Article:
Nature. Be protected from the elements. Make sure you have sunscreen, rain gear and a pack cover. The ability to keep yourself dry is one of the most important safety precautions.


Being well fed with nutritious, high energy food will enhance your enjoyment tremendously.

Make a meal plan. Ensure there are easily pack-able, high protein, energy foods in there such as almonds, peanut butter and dried fruit. Don’t bring bread. Bread smashes, molds easily and then you will have nothing to eat.

Make a meal plan. I know I just said that, but I have seen and been guilty myself of carrying so much extra weight in food. You want to enjoy your trip. Portion out your food and ensure you have one extra day of rations.

Drink water and then drink some more. Make sure you keep well hydrated.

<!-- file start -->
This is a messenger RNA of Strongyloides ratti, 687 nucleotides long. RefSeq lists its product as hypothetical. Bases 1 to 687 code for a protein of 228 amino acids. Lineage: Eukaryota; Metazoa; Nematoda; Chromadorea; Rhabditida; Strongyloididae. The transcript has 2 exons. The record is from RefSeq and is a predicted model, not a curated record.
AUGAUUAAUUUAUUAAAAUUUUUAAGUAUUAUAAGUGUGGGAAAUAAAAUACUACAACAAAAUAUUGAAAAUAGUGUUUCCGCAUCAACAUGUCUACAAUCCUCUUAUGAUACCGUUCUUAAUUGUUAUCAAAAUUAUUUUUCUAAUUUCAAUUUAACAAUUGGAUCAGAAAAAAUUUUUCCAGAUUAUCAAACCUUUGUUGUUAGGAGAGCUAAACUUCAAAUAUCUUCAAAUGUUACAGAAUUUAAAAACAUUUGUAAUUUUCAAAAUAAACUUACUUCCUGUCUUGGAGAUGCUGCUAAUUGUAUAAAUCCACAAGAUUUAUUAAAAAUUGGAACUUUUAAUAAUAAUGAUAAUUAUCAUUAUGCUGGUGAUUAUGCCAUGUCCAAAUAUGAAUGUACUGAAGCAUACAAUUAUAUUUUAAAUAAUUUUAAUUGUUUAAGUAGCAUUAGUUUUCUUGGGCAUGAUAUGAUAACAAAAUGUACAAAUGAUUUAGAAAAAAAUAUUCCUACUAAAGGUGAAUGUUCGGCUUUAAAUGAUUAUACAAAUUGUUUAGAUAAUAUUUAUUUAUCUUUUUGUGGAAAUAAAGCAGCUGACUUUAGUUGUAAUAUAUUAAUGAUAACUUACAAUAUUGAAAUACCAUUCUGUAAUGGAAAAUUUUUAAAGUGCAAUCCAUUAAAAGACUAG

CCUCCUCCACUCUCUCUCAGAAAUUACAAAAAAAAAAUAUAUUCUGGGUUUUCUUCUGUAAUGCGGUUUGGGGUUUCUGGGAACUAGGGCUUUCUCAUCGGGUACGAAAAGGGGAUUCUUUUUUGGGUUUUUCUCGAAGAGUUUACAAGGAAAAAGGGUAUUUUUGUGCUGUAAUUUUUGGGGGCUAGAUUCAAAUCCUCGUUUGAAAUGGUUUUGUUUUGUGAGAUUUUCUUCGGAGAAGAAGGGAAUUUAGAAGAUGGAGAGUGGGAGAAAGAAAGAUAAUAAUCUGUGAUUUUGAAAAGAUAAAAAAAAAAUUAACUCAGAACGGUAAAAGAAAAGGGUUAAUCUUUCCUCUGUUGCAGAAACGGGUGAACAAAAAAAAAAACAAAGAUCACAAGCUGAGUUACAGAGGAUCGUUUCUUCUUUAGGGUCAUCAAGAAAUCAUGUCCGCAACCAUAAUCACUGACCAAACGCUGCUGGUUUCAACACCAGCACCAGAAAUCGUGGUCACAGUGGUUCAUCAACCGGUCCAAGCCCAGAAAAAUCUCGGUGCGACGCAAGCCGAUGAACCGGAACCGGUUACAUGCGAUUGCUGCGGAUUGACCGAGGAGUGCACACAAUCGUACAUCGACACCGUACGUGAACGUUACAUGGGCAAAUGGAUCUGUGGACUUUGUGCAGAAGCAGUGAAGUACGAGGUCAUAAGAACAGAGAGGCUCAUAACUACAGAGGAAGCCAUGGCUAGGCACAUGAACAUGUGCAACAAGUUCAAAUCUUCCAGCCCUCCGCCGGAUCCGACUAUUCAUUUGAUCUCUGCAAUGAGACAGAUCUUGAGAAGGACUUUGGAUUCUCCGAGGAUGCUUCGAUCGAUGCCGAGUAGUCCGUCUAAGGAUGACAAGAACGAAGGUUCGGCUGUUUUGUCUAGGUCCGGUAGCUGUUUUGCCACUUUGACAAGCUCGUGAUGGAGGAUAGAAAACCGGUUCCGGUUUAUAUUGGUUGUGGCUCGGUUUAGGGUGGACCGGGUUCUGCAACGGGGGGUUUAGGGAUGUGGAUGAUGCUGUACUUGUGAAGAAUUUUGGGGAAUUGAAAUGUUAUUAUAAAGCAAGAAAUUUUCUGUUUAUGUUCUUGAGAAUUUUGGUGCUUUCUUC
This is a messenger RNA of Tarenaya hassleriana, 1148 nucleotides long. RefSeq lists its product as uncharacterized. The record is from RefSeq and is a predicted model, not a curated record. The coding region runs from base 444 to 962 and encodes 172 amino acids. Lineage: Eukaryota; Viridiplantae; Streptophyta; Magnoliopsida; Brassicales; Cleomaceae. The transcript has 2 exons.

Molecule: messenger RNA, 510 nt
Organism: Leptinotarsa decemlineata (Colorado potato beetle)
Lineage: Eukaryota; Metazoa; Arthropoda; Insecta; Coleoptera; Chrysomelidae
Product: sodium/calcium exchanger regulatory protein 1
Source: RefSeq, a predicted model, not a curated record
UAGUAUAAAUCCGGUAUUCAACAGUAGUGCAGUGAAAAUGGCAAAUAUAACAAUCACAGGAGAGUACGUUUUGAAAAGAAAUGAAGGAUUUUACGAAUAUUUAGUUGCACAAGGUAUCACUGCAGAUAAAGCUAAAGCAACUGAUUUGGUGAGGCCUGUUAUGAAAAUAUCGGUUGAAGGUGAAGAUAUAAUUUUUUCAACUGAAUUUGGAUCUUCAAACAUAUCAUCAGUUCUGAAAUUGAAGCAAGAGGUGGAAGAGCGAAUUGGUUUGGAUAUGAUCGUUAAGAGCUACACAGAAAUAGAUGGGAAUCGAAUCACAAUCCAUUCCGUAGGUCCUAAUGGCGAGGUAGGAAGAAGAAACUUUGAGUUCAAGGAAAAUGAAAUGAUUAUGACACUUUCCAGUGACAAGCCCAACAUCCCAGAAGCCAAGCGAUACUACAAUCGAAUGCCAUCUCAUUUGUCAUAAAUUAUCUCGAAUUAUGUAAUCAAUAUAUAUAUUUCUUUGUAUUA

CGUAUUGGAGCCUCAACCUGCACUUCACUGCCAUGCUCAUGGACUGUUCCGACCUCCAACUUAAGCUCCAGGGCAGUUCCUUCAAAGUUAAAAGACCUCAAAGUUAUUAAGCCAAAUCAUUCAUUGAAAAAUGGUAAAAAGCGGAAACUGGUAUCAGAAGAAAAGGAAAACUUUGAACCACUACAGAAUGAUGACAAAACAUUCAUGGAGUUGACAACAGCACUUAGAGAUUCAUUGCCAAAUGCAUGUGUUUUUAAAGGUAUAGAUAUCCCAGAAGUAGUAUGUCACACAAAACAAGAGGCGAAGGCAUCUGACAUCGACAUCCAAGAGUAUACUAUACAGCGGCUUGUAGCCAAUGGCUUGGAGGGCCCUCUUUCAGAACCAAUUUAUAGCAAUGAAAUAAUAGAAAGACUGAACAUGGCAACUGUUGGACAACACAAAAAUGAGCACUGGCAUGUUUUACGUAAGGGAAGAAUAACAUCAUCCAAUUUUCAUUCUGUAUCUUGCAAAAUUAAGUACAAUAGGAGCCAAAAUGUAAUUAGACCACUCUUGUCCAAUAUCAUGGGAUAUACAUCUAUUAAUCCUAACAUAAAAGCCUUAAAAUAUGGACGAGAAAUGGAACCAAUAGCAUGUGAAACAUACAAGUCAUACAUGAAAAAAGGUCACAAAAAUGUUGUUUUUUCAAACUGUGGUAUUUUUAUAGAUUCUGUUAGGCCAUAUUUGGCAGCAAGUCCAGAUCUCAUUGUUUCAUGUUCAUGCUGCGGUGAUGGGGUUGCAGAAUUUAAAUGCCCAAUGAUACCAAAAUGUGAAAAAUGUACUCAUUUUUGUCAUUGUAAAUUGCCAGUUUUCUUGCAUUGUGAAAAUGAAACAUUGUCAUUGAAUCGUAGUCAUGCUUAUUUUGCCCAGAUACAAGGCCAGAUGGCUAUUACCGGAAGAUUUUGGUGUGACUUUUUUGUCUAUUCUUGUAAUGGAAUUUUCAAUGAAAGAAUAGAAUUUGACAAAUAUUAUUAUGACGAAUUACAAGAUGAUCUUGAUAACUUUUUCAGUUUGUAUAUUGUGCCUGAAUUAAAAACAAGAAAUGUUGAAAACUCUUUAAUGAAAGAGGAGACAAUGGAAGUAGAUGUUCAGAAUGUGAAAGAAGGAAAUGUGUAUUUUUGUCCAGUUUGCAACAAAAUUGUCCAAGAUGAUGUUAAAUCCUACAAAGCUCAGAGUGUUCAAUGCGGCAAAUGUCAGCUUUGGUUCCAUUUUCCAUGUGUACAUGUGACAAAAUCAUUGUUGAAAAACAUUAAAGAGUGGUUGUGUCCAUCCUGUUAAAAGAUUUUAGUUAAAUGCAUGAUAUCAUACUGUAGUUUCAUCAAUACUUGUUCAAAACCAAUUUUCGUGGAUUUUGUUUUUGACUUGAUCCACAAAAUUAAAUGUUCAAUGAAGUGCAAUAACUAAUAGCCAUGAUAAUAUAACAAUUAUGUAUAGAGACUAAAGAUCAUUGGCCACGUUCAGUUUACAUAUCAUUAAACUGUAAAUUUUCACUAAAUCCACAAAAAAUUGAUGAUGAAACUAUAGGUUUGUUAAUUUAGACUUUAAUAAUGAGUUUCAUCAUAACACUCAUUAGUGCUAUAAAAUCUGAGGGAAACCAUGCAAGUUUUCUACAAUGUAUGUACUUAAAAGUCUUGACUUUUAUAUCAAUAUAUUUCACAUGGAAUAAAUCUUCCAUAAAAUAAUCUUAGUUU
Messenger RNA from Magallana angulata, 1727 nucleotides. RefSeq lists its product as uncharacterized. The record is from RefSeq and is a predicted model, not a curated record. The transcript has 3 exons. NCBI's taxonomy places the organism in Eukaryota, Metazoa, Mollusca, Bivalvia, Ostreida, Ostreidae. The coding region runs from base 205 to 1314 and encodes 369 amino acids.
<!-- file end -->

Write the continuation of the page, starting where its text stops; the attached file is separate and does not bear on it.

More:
Road side camping, Australia

Road side camping, Australia


This should be fun. Camping doesn’t mean it will be smooth sailing the entire time, but I have more memories from camping than any of the hostels or hotels I have ever stayed in. Often they come from times of extremes, like the night a major wind storm blew our tent across us all night long in Costa Rica or the time we camped in the middle of the wilderness in Colorado and watched one of the most amazing sunsets I have ever seen.

It’s ok if you’re a little nervous or uncomfortable the first time you go camping. You’re not going to know all the tricks if you’re just starting out. But stick with it, before you know if you’ll have your breaking down and setting up camp routine down like nothing flat.